Trafficking in Persons Report 2010 - Belize
|Publisher||United States Department of State|
|Publication Date||14 June 2010|
|Cite as||United States Department of State, Trafficking in Persons Report 2010 - Belize, 14 June 2010, available at: http://www.refworld.org/docid/4c188408c.html [accessed 26 October 2014]|
|Disclaimer||This is not a UNHCR publication. UNHCR is not responsible for, nor does it necessarily endorse, its content. Any views expressed are solely those of the author or publisher and do not necessarily reflect those of UNHCR, the United Nations or its Member States.|
BELIZE (Tier 2 Watch List)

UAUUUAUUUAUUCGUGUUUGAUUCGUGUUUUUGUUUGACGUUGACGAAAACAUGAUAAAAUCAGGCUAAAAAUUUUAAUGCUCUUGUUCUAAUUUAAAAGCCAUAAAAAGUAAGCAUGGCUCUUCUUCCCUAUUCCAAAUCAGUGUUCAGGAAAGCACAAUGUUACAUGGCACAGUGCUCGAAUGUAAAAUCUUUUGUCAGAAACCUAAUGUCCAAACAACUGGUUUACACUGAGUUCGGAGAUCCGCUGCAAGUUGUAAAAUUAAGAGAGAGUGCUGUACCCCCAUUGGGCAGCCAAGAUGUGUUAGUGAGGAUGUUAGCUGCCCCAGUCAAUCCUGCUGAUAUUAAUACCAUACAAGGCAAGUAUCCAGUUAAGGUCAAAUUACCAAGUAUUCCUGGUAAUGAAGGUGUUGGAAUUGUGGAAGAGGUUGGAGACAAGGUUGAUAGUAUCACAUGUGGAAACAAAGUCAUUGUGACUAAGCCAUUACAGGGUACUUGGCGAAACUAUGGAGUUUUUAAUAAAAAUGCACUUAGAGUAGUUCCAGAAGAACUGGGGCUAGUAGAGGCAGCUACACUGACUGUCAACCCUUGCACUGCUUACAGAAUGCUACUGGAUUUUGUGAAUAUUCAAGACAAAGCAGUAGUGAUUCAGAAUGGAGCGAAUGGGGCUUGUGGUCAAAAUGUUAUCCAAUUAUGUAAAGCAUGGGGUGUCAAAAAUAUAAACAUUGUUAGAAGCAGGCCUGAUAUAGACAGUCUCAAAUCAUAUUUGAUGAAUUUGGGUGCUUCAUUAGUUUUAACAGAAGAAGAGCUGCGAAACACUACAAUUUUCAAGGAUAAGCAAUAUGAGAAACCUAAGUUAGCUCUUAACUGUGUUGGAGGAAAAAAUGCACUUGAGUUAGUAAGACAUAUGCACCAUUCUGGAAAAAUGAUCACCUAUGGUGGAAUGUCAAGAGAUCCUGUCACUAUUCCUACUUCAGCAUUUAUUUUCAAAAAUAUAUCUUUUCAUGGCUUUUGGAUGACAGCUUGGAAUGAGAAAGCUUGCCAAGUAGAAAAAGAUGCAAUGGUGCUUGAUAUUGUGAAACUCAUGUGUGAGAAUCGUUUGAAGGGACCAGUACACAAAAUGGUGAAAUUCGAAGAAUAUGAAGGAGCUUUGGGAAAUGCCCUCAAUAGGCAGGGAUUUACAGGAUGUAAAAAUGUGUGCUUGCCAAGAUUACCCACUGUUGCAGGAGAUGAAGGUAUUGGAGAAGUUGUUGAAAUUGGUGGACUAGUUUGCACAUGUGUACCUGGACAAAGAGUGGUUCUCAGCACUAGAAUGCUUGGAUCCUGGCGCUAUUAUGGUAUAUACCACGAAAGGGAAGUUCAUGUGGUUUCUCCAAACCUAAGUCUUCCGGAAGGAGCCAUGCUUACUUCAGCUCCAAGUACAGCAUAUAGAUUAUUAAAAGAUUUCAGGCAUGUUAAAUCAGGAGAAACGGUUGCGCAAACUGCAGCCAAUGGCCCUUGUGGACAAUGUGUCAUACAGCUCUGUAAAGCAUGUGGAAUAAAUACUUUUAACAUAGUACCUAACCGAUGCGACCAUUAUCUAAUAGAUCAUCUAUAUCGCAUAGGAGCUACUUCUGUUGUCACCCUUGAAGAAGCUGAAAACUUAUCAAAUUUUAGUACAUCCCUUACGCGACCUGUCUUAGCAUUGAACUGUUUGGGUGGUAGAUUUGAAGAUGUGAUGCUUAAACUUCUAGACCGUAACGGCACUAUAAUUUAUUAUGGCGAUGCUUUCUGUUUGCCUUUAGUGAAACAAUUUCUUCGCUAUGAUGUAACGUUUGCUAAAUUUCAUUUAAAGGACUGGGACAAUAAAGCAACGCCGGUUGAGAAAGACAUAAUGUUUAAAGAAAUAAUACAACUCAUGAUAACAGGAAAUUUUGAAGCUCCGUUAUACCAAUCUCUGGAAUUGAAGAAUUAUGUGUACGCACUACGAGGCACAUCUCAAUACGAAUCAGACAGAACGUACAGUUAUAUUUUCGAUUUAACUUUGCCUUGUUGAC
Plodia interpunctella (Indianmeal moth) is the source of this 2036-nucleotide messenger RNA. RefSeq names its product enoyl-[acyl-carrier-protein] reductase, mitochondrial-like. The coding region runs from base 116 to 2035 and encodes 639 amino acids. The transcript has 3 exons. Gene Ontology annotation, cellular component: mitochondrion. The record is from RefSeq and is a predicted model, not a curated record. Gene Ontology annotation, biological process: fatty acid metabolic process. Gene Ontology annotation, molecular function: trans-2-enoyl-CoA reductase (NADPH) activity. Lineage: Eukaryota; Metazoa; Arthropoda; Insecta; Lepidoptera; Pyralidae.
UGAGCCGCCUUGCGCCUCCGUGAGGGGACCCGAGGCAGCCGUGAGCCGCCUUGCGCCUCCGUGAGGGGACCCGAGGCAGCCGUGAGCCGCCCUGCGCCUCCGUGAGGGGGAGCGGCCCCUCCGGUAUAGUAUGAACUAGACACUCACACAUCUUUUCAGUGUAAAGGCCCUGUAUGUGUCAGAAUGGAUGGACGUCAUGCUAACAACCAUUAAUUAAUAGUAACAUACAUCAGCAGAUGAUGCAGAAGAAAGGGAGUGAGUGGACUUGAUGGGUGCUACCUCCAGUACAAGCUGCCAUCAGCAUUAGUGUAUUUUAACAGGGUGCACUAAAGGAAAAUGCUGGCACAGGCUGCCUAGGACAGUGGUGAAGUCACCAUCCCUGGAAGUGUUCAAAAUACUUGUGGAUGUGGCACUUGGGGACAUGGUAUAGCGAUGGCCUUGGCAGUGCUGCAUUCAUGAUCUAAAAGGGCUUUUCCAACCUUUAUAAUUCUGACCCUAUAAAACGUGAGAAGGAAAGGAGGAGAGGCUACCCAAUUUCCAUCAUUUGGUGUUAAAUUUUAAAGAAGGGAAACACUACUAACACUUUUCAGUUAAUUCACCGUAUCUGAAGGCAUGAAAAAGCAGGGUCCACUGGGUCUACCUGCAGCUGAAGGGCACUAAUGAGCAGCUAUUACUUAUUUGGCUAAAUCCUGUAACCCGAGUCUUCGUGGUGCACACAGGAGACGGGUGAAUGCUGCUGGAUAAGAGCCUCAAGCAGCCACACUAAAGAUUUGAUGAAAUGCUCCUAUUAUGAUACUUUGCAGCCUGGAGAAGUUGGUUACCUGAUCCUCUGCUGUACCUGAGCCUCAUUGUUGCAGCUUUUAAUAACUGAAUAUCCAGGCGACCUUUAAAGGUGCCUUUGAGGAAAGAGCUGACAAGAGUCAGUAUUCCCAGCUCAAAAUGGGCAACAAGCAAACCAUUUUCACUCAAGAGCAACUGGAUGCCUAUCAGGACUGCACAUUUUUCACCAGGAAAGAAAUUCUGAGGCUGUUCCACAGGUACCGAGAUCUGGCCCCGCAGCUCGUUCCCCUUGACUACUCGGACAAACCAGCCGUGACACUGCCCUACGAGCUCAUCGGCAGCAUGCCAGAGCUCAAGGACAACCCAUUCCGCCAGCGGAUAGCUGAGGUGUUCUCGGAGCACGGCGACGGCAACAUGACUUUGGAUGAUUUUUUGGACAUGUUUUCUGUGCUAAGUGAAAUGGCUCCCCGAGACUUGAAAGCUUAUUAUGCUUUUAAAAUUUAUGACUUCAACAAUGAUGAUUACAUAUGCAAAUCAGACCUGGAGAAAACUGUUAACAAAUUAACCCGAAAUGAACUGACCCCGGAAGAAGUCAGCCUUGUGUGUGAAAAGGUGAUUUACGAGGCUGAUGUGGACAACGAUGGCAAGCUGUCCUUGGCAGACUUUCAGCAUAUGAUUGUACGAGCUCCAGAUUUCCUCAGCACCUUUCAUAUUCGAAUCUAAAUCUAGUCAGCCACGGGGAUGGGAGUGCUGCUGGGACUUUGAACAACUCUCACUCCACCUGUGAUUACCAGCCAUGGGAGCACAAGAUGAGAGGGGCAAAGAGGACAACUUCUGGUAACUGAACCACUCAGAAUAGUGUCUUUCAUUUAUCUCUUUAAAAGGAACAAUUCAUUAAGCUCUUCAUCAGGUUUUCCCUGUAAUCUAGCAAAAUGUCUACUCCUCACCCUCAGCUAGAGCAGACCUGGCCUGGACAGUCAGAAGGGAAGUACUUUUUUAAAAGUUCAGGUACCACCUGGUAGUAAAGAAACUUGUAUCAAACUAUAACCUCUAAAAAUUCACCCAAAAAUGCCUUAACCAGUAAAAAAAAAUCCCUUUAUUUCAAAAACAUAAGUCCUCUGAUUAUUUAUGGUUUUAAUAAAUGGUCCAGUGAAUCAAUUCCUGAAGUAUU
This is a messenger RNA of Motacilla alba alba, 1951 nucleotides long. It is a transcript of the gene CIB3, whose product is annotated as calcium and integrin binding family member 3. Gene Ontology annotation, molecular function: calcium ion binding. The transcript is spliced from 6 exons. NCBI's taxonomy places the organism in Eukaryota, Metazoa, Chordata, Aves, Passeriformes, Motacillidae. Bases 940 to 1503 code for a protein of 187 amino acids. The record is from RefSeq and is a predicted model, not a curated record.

Belize is a source, transit, and destination country for men, women, and children subjected to trafficking in persons, specifically forced prostitution and forced labor. The most common form of trafficking in Belize is the forced prostitution of children, particularly situations where poor families push their school-aged daughters to provide sexual favors to wealthy older men in exchange for school fees, money, and gifts. This "sugar daddy" phenomenon occurs in Belize and other Caribbean countries, but often is not recognized as a form of human trafficking by local communities or law enforcement personnel. Men, women, and children, particularly from Guatemala, Honduras, El Salvador, and Mexico, migrate voluntarily to Belize in search of work; some may fall victim to forced prostitution in bars or to forced labor. In recent years, migrants from India and Nepal have been subjected to conditions of forced labor in Belize. Child sex tourism has been identified as an emerging trend in Belize.